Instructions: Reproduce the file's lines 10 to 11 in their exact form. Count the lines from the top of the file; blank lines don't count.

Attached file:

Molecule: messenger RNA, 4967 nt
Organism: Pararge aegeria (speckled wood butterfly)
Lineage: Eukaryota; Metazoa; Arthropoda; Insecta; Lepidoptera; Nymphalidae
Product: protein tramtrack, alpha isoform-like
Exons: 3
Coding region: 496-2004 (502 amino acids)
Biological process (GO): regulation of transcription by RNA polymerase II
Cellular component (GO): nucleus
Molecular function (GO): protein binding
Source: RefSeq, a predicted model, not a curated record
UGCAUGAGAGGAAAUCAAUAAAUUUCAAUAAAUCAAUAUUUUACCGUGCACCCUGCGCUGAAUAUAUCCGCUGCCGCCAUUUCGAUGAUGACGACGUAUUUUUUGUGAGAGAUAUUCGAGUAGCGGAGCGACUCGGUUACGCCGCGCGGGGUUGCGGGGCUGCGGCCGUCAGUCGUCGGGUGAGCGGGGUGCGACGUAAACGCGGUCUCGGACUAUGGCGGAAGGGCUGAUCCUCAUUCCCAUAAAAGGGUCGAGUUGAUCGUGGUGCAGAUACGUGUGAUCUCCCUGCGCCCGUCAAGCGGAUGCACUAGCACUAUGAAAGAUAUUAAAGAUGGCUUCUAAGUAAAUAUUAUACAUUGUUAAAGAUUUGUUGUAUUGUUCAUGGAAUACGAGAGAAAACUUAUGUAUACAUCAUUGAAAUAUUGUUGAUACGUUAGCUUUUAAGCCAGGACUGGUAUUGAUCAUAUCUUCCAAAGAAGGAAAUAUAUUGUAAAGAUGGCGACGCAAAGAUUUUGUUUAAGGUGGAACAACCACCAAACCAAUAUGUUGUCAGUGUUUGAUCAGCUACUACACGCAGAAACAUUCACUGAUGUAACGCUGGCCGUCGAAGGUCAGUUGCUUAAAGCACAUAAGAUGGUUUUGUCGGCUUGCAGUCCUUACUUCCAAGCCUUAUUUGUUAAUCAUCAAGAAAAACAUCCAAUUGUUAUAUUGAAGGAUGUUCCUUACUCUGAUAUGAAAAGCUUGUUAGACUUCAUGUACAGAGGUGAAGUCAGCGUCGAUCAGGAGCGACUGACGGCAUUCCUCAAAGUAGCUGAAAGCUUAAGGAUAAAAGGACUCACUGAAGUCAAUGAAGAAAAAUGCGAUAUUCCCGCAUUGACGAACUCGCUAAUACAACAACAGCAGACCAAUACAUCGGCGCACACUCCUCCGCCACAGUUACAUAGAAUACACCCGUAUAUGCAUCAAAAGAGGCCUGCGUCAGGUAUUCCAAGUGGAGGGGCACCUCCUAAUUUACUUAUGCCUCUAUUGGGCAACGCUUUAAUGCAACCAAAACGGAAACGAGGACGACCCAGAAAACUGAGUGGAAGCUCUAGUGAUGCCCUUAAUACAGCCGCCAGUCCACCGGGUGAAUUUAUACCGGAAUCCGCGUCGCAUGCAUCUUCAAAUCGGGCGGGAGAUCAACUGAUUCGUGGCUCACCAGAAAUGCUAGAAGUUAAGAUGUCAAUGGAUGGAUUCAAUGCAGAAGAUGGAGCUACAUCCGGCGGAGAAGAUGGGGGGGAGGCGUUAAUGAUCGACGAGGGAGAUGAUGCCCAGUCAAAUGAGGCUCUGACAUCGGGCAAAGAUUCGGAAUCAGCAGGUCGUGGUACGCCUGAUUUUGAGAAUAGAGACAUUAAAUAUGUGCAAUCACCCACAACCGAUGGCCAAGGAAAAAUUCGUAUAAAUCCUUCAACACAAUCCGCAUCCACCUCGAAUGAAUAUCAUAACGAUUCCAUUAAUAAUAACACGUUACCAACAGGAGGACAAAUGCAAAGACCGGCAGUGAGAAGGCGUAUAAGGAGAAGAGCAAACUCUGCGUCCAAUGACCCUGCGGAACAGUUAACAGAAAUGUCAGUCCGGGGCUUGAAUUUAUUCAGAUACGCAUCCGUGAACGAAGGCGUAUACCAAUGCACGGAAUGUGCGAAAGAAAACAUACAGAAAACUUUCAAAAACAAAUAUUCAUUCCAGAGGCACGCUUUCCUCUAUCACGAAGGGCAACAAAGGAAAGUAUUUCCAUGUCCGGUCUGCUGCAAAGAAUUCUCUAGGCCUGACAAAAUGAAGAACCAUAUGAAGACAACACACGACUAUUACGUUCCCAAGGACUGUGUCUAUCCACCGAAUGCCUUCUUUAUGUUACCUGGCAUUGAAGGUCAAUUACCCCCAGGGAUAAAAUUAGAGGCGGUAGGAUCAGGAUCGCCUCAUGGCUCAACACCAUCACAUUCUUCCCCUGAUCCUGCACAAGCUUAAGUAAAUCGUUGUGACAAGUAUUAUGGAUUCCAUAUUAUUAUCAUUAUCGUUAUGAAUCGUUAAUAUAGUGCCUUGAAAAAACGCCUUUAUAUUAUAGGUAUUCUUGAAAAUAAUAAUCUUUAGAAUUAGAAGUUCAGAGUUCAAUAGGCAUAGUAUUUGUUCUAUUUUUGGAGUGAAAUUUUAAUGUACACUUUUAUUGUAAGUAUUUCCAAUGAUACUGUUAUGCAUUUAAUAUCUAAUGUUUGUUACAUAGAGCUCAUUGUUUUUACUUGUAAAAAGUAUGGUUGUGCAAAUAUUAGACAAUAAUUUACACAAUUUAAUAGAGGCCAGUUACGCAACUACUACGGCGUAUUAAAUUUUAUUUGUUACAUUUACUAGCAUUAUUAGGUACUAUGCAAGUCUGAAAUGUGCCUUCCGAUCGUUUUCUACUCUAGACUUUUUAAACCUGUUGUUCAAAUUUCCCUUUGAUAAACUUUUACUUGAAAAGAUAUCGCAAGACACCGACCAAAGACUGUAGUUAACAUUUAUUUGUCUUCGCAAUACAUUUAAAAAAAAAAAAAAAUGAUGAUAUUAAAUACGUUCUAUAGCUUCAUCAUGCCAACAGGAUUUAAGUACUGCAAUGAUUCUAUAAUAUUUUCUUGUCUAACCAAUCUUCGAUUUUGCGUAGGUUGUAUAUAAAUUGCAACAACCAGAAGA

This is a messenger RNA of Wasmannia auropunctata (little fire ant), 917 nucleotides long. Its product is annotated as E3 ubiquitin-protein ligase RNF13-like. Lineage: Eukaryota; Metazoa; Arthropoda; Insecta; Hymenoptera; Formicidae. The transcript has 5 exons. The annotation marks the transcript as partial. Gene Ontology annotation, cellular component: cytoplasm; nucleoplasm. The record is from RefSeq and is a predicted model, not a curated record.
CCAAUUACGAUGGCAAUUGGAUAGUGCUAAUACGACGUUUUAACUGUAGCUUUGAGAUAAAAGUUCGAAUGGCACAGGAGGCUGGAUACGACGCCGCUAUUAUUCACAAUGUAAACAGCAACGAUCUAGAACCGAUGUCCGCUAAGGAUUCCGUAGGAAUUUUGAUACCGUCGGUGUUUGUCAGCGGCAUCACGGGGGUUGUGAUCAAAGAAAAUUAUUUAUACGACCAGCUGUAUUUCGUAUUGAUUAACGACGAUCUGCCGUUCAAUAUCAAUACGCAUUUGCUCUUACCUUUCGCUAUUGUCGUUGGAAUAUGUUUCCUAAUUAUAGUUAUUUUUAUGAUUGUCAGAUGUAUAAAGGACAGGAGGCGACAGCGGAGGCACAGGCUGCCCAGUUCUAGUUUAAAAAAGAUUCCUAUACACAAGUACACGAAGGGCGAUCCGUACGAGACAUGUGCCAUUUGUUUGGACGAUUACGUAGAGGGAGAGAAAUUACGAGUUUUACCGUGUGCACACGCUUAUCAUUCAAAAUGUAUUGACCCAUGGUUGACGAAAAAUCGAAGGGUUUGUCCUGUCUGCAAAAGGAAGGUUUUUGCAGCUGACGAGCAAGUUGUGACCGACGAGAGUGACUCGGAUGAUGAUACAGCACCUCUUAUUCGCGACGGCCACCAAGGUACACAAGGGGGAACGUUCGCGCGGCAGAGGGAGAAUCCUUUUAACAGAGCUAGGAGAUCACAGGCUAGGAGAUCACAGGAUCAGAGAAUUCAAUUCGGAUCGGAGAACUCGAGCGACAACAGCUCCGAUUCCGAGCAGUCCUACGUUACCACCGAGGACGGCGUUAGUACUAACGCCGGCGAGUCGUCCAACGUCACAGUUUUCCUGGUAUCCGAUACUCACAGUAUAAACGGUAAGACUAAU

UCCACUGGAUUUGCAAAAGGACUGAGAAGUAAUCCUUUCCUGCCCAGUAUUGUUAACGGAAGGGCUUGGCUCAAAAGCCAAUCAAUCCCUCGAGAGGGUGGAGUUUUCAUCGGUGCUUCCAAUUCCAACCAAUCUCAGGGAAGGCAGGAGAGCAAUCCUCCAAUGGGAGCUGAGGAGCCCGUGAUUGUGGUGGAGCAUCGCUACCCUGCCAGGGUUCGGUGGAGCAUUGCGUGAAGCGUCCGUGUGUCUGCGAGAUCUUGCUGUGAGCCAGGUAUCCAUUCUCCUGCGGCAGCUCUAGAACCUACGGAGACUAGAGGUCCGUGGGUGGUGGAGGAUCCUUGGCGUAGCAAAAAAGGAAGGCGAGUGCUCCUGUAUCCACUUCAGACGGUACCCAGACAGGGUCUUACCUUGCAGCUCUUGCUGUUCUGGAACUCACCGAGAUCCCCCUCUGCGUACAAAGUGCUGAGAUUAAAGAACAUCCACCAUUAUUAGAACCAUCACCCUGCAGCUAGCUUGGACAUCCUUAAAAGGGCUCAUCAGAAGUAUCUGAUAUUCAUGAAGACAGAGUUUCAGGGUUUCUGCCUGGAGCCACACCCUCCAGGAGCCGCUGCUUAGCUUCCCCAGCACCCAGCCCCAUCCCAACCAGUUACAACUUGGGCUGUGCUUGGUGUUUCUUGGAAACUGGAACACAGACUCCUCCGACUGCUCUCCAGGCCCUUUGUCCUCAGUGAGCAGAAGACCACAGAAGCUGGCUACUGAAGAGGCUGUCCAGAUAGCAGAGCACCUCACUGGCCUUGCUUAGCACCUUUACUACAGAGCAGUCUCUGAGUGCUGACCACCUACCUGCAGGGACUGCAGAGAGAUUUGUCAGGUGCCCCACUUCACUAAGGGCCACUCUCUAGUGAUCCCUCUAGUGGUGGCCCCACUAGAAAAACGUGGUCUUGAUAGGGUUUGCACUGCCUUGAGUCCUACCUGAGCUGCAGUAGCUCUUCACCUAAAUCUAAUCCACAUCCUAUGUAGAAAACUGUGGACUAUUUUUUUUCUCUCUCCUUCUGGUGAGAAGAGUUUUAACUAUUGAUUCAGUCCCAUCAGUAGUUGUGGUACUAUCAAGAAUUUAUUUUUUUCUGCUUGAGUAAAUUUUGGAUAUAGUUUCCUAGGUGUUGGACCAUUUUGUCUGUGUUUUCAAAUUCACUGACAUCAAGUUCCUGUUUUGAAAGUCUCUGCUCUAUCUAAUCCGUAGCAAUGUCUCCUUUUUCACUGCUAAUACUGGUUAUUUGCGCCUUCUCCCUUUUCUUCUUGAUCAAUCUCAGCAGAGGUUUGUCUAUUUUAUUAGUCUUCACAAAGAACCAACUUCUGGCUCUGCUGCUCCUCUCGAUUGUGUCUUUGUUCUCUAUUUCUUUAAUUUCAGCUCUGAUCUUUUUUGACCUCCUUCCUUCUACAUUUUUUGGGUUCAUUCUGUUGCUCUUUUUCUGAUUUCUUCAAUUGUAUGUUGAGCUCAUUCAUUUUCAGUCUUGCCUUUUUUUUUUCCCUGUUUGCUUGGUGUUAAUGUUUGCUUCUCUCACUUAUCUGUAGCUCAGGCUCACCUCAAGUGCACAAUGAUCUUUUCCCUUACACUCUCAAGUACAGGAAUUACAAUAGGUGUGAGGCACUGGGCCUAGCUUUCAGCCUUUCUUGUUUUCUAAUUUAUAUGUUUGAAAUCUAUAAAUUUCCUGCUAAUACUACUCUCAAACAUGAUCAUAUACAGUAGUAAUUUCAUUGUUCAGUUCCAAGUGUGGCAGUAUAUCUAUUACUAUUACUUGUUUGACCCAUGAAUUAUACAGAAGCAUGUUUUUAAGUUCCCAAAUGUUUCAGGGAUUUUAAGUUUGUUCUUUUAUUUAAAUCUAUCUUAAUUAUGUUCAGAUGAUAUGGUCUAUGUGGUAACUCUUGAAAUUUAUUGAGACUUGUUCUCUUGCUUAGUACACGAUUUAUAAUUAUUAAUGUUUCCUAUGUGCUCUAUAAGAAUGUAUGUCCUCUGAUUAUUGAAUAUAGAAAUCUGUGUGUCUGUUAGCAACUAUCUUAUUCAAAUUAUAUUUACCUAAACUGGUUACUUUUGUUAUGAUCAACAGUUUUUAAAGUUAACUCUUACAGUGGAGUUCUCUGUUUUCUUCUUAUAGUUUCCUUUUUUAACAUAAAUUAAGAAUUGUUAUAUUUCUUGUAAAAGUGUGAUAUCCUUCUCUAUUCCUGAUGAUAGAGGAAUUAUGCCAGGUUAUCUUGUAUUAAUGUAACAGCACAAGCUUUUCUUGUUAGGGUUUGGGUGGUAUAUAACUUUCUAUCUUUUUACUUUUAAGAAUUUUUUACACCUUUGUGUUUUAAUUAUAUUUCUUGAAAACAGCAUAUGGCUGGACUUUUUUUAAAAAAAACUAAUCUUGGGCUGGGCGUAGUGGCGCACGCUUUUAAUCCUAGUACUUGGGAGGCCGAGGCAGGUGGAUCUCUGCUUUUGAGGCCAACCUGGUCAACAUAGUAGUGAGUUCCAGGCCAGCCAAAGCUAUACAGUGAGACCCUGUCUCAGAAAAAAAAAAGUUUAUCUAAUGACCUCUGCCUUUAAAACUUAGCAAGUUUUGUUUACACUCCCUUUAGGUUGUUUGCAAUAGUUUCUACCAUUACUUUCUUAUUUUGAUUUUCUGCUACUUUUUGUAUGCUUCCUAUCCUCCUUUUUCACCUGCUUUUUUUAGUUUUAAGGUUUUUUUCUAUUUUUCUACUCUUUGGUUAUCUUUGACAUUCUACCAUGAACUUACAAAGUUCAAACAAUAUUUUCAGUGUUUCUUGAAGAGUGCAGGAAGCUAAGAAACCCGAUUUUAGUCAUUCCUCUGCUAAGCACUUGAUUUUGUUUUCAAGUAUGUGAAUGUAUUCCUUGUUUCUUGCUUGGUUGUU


Source: RefSeq, a predicted model, not a curated record
UGCAUGAGAGGAAAUCAAUAAAUUUCAAUAAAUCAAUAUUUUACCGUGCACCCUGCGCUGAAUAUAUCCGCUGCCGCCAUUUCGAUGAUGACGACGUAUUUUUUGUGAGAGAUAUUCGAGUAGCGGAGCGACUCGGUUACGCCGCGCGGGGUUGCGGGGCUGCGGCCGUCAGUCGUCGGGUGAGCGGGGUGCGACGUAAACGCGGUCUCGGACUAUGGCGGAAGGGCUGAUCCUCAUUCCCAUAAAAGGGUCGAGUUGAUCGUGGUGCAGAUACGUGUGAUCUCCCUGCGCCCGUCAAGCGGAUGCACUAGCACUAUGAAAGAUAUUAAAGAUGGCUUCUAAGUAAAUAUUAUACAUUGUUAAAGAUUUGUUGUAUUGUUCAUGGAAUACGAGAGAAAACUUAUGUAUACAUCAUUGAAAUAUUGUUGAUACGUUAGCUUUUAAGCCAGGACUGGUAUUGAUCAUAUCUUCCAAAGAAGGAAAUAUAUUGUAAAGAUGGCGACGCAAAGAUUUUGUUUAAGGUGGAACAACCACCAAACCAAUAUGUUGUCAGUGUUUGAUCAGCUACUACACGCAGAAACAUUCACUGAUGUAACGCUGGCCGUCGAAGGUCAGUUGCUUAAAGCACAUAAGAUGGUUUUGUCGGCUUGCAGUCCUUACUUCCAAGCCUUAUUUGUUAAUCAUCAAGAAAAACAUCCAAUUGUUAUAUUGAAGGAUGUUCCUUACUCUGAUAUGAAAAGCUUGUUAGACUUCAUGUACAGAGGUGAAGUCAGCGUCGAUCAGGAGCGACUGACGGCAUUCCUCAAAGUAGCUGAAAGCUUAAGGAUAAAAGGACUCACUGAAGUCAAUGAAGAAAAAUGCGAUAUUCCCGCAUUGACGAACUCGCUAAUACAACAACAGCAGACCAAUACAUCGGCGCACACUCCUCCGCCACAGUUACAUAGAAUACACCCGUAUAUGCAUCAAAAGAGGCCUGCGUCAGGUAUUCCAAGUGGAGGGGCACCUCCUAAUUUACUUAUGCCUCUAUUGGGCAACGCUUUAAUGCAACCAAAACGGAAACGAGGACGACCCAGAAAACUGAGUGGAAGCUCUAGUGAUGCCCUUAAUACAGCCGCCAGUCCACCGGGUGAAUUUAUACCGGAAUCCGCGUCGCAUGCAUCUUCAAAUCGGGCGGGAGAUCAACUGAUUCGUGGCUCACCAGAAAUGCUAGAAGUUAAGAUGUCAAUGGAUGGAUUCAAUGCAGAAGAUGGAGCUACAUCCGGCGGAGAAGAUGGGGGGGAGGCGUUAAUGAUCGACGAGGGAGAUGAUGCCCAGUCAAAUGAGGCUCUGACAUCGGGCAAAGAUUCGGAAUCAGCAGGUCGUGGUACGCCUGAUUUUGAGAAUAGAGACAUUAAAUAUGUGCAAUCACCCACAACCGAUGGCCAAGGAAAAAUUCGUAUAAAUCCUUCAACACAAUCCGCAUCCACCUCGAAUGAAUAUCAUAACGAUUCCAUUAAUAAUAACACGUUACCAACAGGAGGACAAAUGCAAAGACCGGCAGUGAGAAGGCGUAUAAGGAGAAGAGCAAACUCUGCGUCCAAUGACCCUGCGGAACAGUUAACAGAAAUGUCAGUCCGGGGCUUGAAUUUAUUCAGAUACGCAUCCGUGAACGAAGGCGUAUACCAAUGCACGGAAUGUGCGAAAGAAAACAUACAGAAAACUUUCAAAAACAAAUAUUCAUUCCAGAGGCACGCUUUCCUCUAUCACGAAGGGCAACAAAGGAAAGUAUUUCCAUGUCCGGUCUGCUGCAAAGAAUUCUCUAGGCCUGACAAAAUGAAGAACCAUAUGAAGACAACACACGACUAUUACGUUCCCAAGGACUGUGUCUAUCCACCGAAUGCCUUCUUUAUGUUACCUGGCAUUGAAGGUCAAUUACCCCCAGGGAUAAAAUUAGAGGCGGUAGGAUCAGGAUCGCCUCAUGGCUCAACACCAUCACAUUCUUCCCCUGAUCCUGCACAAGCUUAAGUAAAUCGUUGUGACAAGUAUUAUGGAUUCCAUAUUAUUAUCAUUAUCGUUAUGAAUCGUUAAUAUAGUGCCUUGAAAAAACGCCUUUAUAUUAUAGGUAUUCUUGAAAAUAAUAAUCUUUAGAAUUAGAAGUUCAGAGUUCAAUAGGCAUAGUAUUUGUUCUAUUUUUGGAGUGAAAUUUUAAUGUACACUUUUAUUGUAAGUAUUUCCAAUGAUACUGUUAUGCAUUUAAUAUCUAAUGUUUGUUACAUAGAGCUCAUUGUUUUUACUUGUAAAAAGUAUGGUUGUGCAAAUAUUAGACAAUAAUUUACACAAUUUAAUAGAGGCCAGUUACGCAACUACUACGGCGUAUUAAAUUUUAUUUGUUACAUUUACUAGCAUUAUUAGGUACUAUGCAAGUCUGAAAUGUGCCUUCCGAUCGUUUUCUACUCUAGACUUUUUAAACCUGUUGUUCAAAUUUCCCUUUGAUAAACUUUUACUUGAAAAGAUAUCGCAAGACACCGACCAAAGACUGUAGUUAACAUUUAUUUGUCUUCGCAAUACAUUUAAAAAAAAAAAAAAAUGAUGAUAUUAAAUACGUUCUAUAGCUUCAUCAUGCCAACAGGAUUUAAGUACUGCAAUGAUUCUAUAAUAUUUUCUUGUCUAACCAAUCUUCGAUUUUGCGUAGGUUGUAUAUAAAUUGCAACAACCAGAAGA